The son of an English Mason is known as Lewis, a term that symbolizes strength and support for his father's weak forces. This is because, with the help of a bricklayer's trowel, the operating Mason can lift the heaviest stones with minimal effort. In English ritual, Lewis is among the emblems placed on the tracing board of the incoming apprentice. In this country, Lewis has not been adopted as a symbol in Freemasonry, but in French ritual, the son of a Mason is referred to as Louveteau.
Both terms have an equivalent meaning in Masonry: to designate the son of a Mason. The Grand Lodge of England has made use of its dispensing power to confer the right to an earlier initiation on the children of Masons. This means that any Lodge of this Grand Jurisdiction can legally receive and vote on a request to obtain the title of son or nephew of an affiliated Mason within the last six months of that petitioner's twenty-first year. However, if elected, he will not be initiated as an admitted apprentice until he is twenty-one years of age.
In American Masonic law, Lewises have few or no legally established privileges. The meanings of some of the apron symbols are open to different interpretations in different Masonic jurisdictions (states or countries) at different times. During the Great War, many large jurisdictions renounced not only “adequate competition” between degrees, but also often the question of the “legal age” for the children of Masons in the nation's armed forces. Spiritually, were it not for Masonic law, the children of a Masonic master are treated as Pike would have treated Louveteaus and Louvetines.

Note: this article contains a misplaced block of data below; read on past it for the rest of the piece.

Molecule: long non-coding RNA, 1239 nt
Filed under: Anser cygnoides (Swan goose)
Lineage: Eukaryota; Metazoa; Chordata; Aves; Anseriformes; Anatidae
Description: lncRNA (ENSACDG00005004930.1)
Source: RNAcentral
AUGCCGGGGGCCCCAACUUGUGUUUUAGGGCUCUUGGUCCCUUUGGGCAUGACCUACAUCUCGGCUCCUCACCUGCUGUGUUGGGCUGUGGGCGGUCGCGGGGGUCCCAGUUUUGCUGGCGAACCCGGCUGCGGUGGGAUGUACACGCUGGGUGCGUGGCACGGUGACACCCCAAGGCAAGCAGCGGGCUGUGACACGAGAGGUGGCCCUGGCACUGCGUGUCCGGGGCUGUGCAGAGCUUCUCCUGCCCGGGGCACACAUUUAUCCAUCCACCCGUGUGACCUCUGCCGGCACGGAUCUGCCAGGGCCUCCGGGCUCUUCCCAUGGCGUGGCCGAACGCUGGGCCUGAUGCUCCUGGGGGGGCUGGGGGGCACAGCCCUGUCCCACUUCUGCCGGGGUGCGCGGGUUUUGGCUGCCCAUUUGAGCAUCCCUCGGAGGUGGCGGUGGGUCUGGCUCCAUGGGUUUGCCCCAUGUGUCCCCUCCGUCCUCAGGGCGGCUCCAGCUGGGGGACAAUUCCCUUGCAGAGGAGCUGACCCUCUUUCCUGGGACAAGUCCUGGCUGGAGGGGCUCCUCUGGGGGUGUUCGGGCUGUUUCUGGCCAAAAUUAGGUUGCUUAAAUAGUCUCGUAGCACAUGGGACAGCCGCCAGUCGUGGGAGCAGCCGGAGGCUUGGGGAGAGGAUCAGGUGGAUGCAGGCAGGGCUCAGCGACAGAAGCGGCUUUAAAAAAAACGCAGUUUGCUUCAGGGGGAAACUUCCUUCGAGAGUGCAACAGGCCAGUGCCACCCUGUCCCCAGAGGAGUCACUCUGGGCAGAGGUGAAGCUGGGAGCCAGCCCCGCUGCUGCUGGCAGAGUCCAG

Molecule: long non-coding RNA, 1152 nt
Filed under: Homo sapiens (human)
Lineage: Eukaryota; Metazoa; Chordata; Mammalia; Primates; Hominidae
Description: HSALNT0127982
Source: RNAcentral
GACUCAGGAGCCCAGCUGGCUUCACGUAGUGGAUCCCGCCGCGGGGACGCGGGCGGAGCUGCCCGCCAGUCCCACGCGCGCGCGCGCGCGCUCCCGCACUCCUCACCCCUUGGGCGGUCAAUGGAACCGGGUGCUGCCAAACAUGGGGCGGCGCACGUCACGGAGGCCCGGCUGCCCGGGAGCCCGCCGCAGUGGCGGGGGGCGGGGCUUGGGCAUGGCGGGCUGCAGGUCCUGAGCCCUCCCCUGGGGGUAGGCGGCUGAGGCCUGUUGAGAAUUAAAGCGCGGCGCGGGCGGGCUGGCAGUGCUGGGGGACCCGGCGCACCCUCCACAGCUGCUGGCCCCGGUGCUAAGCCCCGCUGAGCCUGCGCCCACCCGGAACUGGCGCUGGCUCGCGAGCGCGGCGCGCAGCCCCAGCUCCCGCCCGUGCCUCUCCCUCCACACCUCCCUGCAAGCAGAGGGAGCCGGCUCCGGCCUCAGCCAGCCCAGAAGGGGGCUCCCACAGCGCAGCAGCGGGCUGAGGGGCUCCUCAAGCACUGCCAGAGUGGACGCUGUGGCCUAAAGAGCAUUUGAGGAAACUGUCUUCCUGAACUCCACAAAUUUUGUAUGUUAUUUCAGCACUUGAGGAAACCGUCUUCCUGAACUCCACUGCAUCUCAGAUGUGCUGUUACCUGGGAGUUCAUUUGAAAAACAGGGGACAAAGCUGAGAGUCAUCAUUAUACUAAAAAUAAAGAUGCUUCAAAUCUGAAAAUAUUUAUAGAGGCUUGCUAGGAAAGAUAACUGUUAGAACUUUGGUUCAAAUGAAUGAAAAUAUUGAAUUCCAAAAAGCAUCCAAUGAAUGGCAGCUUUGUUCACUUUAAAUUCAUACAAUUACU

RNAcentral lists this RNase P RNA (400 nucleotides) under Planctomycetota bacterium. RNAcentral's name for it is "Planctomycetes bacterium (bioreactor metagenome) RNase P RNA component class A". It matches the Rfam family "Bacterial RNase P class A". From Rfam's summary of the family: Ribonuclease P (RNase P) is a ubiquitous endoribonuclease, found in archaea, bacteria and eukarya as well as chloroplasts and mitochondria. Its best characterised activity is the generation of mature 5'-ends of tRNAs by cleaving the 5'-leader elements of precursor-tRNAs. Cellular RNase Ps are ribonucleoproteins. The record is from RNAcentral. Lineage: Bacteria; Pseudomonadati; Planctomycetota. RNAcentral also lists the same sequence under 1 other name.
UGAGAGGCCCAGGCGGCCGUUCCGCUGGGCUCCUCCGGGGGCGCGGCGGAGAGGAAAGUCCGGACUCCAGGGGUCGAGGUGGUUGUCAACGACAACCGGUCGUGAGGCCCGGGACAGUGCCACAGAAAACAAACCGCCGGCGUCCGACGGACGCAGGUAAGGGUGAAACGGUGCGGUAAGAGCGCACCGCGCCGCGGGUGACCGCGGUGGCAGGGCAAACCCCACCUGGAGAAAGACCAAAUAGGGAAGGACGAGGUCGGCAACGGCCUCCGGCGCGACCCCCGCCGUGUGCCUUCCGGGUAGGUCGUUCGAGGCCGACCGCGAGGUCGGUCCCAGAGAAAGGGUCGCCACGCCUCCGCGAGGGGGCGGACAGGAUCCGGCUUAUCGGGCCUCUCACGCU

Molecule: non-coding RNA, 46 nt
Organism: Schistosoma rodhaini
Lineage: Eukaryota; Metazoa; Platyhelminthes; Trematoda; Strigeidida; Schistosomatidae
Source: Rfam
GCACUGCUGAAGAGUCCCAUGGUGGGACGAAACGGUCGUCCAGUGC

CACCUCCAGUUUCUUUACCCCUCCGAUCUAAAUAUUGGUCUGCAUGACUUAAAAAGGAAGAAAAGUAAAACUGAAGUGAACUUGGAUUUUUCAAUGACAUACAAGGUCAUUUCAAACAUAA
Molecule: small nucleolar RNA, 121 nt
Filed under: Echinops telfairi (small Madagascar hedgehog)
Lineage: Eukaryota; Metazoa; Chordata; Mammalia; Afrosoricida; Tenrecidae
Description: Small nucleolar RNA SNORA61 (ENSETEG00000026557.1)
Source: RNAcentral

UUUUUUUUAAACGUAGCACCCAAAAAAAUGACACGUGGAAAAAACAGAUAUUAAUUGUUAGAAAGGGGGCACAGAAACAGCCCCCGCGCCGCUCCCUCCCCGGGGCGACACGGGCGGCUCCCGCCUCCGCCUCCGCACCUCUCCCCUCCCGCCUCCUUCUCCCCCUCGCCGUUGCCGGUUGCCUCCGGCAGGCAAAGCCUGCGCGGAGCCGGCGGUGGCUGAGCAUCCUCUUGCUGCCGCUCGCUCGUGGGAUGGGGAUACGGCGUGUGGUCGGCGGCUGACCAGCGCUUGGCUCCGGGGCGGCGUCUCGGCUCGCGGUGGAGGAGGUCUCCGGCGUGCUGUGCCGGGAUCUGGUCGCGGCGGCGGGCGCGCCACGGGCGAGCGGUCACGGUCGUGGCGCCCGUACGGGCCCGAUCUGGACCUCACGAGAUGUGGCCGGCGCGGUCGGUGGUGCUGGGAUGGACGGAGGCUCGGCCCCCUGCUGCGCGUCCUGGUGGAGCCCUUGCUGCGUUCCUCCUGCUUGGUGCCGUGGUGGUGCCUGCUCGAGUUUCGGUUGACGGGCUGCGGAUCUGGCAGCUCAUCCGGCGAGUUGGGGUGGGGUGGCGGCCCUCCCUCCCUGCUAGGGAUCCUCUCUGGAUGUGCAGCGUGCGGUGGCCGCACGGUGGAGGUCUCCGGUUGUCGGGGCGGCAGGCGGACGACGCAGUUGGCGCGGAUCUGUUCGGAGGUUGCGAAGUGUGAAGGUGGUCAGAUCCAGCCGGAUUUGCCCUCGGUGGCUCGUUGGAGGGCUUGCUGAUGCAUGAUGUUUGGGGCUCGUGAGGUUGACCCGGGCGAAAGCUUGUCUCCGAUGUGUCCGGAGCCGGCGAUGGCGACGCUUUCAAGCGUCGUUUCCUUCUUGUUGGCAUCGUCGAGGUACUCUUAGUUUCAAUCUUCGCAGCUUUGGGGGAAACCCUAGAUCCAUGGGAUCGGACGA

Go through the ages and discover inspirational sayings, reflecting on their profound influence on Masonic principles. The second step corresponds to the fellow bricklayer, who is tasked with using his knowledge in the performance of his duty to God, his neighbor and to himself. In conclusion, Lewis is a term used in English ritual to symbolize strength and support for his father's weak forces. In French ritual, Louveteau is used to designate the son of a Mason.
The Grand Lodge of England has made use of its dispensing power to confer earlier initiation on children of Masons. In American Masonic law, Lewises have few or no legally established privileges.